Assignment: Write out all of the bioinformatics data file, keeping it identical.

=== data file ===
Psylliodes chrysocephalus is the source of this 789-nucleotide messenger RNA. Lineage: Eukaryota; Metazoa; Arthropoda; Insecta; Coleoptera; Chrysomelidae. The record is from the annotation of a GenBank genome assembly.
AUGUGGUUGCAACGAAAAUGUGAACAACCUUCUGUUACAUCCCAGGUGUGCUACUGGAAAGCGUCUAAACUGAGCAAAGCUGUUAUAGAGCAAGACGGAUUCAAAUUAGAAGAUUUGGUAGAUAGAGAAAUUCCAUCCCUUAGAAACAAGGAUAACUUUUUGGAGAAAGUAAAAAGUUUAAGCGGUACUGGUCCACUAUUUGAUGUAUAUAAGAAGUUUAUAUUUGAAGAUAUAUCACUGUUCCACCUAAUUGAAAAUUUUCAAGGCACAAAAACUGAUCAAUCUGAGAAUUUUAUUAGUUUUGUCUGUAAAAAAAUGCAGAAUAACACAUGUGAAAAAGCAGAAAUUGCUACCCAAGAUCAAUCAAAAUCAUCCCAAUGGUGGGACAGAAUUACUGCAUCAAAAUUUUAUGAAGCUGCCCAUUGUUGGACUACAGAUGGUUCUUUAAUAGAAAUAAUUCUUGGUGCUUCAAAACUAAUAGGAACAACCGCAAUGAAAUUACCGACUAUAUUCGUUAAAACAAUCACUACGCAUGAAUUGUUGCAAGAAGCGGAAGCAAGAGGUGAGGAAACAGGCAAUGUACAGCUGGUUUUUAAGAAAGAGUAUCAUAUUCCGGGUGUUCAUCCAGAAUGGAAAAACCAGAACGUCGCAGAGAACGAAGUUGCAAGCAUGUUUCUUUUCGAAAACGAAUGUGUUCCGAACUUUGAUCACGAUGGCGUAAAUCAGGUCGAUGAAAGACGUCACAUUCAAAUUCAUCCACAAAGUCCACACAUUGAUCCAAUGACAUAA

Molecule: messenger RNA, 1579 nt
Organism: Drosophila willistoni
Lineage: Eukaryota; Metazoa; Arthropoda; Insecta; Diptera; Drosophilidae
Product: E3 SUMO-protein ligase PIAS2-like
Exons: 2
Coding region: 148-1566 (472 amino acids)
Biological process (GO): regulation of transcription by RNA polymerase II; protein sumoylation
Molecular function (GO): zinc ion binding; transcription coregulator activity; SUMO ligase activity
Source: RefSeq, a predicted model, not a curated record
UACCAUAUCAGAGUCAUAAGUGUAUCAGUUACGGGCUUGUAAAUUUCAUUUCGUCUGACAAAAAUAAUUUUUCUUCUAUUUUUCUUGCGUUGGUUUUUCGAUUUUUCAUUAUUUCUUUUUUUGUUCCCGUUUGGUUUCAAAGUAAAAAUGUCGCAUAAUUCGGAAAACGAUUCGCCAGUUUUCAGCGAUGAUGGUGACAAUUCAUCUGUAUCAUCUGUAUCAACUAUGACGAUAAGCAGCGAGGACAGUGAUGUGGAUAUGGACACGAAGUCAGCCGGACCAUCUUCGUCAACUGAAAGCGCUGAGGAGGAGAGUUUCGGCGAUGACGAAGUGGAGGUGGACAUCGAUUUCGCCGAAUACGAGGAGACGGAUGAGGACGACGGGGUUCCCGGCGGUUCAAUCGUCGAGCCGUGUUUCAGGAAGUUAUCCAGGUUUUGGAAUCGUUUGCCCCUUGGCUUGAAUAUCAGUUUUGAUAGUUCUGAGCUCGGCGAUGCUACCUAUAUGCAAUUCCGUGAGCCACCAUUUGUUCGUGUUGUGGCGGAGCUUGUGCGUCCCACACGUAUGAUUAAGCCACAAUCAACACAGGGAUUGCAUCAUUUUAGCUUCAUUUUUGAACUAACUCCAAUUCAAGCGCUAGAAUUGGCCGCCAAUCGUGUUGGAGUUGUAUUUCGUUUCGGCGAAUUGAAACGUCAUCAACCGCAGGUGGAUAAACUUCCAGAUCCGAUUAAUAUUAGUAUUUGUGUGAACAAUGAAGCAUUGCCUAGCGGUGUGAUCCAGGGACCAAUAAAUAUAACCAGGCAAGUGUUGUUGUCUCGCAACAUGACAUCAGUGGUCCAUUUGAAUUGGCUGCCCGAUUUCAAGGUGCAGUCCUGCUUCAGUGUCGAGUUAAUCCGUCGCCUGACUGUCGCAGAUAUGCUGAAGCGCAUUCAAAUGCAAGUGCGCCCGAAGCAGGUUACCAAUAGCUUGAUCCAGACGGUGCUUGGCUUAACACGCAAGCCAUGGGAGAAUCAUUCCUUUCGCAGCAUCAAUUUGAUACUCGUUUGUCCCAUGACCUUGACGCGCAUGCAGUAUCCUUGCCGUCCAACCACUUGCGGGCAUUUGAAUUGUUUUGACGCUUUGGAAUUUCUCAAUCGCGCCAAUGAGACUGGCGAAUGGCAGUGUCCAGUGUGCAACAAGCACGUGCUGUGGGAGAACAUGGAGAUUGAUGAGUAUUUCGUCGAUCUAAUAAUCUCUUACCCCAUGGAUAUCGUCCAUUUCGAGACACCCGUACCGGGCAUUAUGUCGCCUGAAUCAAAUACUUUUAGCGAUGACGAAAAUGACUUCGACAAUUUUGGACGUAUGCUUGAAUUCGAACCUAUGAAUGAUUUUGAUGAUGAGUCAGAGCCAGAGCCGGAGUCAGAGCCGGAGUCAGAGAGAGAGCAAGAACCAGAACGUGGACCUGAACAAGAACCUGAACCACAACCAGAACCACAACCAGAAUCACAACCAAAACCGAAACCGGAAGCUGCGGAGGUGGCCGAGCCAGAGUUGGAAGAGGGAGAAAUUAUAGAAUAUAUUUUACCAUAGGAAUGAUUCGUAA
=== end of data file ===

Psylliodes chrysocephalus is the source of this 789-nucleotide messenger RNA. Lineage: Eukaryota; Metazoa; Arthropoda; Insecta; Coleoptera; Chrysomelidae. The record is from the annotation of a GenBank genome assembly.
AUGUGGUUGCAACGAAAAUGUGAACAACCUUCUGUUACAUCCCAGGUGUGCUACUGGAAAGCGUCUAAACUGAGCAAAGCUGUUAUAGAGCAAGACGGAUUCAAAUUAGAAGAUUUGGUAGAUAGAGAAAUUCCAUCCCUUAGAAACAAGGAUAACUUUUUGGAGAAAGUAAAAAGUUUAAGCGGUACUGGUCCACUAUUUGAUGUAUAUAAGAAGUUUAUAUUUGAAGAUAUAUCACUGUUCCACCUAAUUGAAAAUUUUCAAGGCACAAAAACUGAUCAAUCUGAGAAUUUUAUUAGUUUUGUCUGUAAAAAAAUGCAGAAUAACACAUGUGAAAAAGCAGAAAUUGCUACCCAAGAUCAAUCAAAAUCAUCCCAAUGGUGGGACAGAAUUACUGCAUCAAAAUUUUAUGAAGCUGCCCAUUGUUGGACUACAGAUGGUUCUUUAAUAGAAAUAAUUCUUGGUGCUUCAAAACUAAUAGGAACAACCGCAAUGAAAUUACCGACUAUAUUCGUUAAAACAAUCACUACGCAUGAAUUGUUGCAAGAAGCGGAAGCAAGAGGUGAGGAAACAGGCAAUGUACAGCUGGUUUUUAAGAAAGAGUAUCAUAUUCCGGGUGUUCAUCCAGAAUGGAAAAACCAGAACGUCGCAGAGAACGAAGUUGCAAGCAUGUUUCUUUUCGAAAACGAAUGUGUUCCGAACUUUGAUCACGAUGGCGUAAAUCAGGUCGAUGAAAGACGUCACAUUCAAAUUCAUCCACAAAGUCCACACAUUGAUCCAAUGACAUAA

Molecule: messenger RNA, 1579 nt
Organism: Drosophila willistoni
Lineage: Eukaryota; Metazoa; Arthropoda; Insecta; Diptera; Drosophilidae
Product: E3 SUMO-protein ligase PIAS2-like
Exons: 2
Coding region: 148-1566 (472 amino acids)
Biological process (GO): regulation of transcription by RNA polymerase II; protein sumoylation
Molecular function (GO): zinc ion binding; transcription coregulator activity; SUMO ligase activity
Source: RefSeq, a predicted model, not a curated record
UACCAUAUCAGAGUCAUAAGUGUAUCAGUUACGGGCUUGUAAAUUUCAUUUCGUCUGACAAAAAUAAUUUUUCUUCUAUUUUUCUUGCGUUGGUUUUUCGAUUUUUCAUUAUUUCUUUUUUUGUUCCCGUUUGGUUUCAAAGUAAAAAUGUCGCAUAAUUCGGAAAACGAUUCGCCAGUUUUCAGCGAUGAUGGUGACAAUUCAUCUGUAUCAUCUGUAUCAACUAUGACGAUAAGCAGCGAGGACAGUGAUGUGGAUAUGGACACGAAGUCAGCCGGACCAUCUUCGUCAACUGAAAGCGCUGAGGAGGAGAGUUUCGGCGAUGACGAAGUGGAGGUGGACAUCGAUUUCGCCGAAUACGAGGAGACGGAUGAGGACGACGGGGUUCCCGGCGGUUCAAUCGUCGAGCCGUGUUUCAGGAAGUUAUCCAGGUUUUGGAAUCGUUUGCCCCUUGGCUUGAAUAUCAGUUUUGAUAGUUCUGAGCUCGGCGAUGCUACCUAUAUGCAAUUCCGUGAGCCACCAUUUGUUCGUGUUGUGGCGGAGCUUGUGCGUCCCACACGUAUGAUUAAGCCACAAUCAACACAGGGAUUGCAUCAUUUUAGCUUCAUUUUUGAACUAACUCCAAUUCAAGCGCUAGAAUUGGCCGCCAAUCGUGUUGGAGUUGUAUUUCGUUUCGGCGAAUUGAAACGUCAUCAACCGCAGGUGGAUAAACUUCCAGAUCCGAUUAAUAUUAGUAUUUGUGUGAACAAUGAAGCAUUGCCUAGCGGUGUGAUCCAGGGACCAAUAAAUAUAACCAGGCAAGUGUUGUUGUCUCGCAACAUGACAUCAGUGGUCCAUUUGAAUUGGCUGCCCGAUUUCAAGGUGCAGUCCUGCUUCAGUGUCGAGUUAAUCCGUCGCCUGACUGUCGCAGAUAUGCUGAAGCGCAUUCAAAUGCAAGUGCGCCCGAAGCAGGUUACCAAUAGCUUGAUCCAGACGGUGCUUGGCUUAACACGCAAGCCAUGGGAGAAUCAUUCCUUUCGCAGCAUCAAUUUGAUACUCGUUUGUCCCAUGACCUUGACGCGCAUGCAGUAUCCUUGCCGUCCAACCACUUGCGGGCAUUUGAAUUGUUUUGACGCUUUGGAAUUUCUCAAUCGCGCCAAUGAGACUGGCGAAUGGCAGUGUCCAGUGUGCAACAAGCACGUGCUGUGGGAGAACAUGGAGAUUGAUGAGUAUUUCGUCGAUCUAAUAAUCUCUUACCCCAUGGAUAUCGUCCAUUUCGAGACACCCGUACCGGGCAUUAUGUCGCCUGAAUCAAAUACUUUUAGCGAUGACGAAAAUGACUUCGACAAUUUUGGACGUAUGCUUGAAUUCGAACCUAUGAAUGAUUUUGAUGAUGAGUCAGAGCCAGAGCCGGAGUCAGAGCCGGAGUCAGAGAGAGAGCAAGAACCAGAACGUGGACCUGAACAAGAACCUGAACCACAACCAGAACCACAACCAGAAUCACAACCAAAACCGAAACCGGAAGCUGCGGAGGUGGCCGAGCCAGAGUUGGAAGAGGGAGAAAUUAUAGAAUAUAUUUUACCAUAGGAAUGAUUCGUAA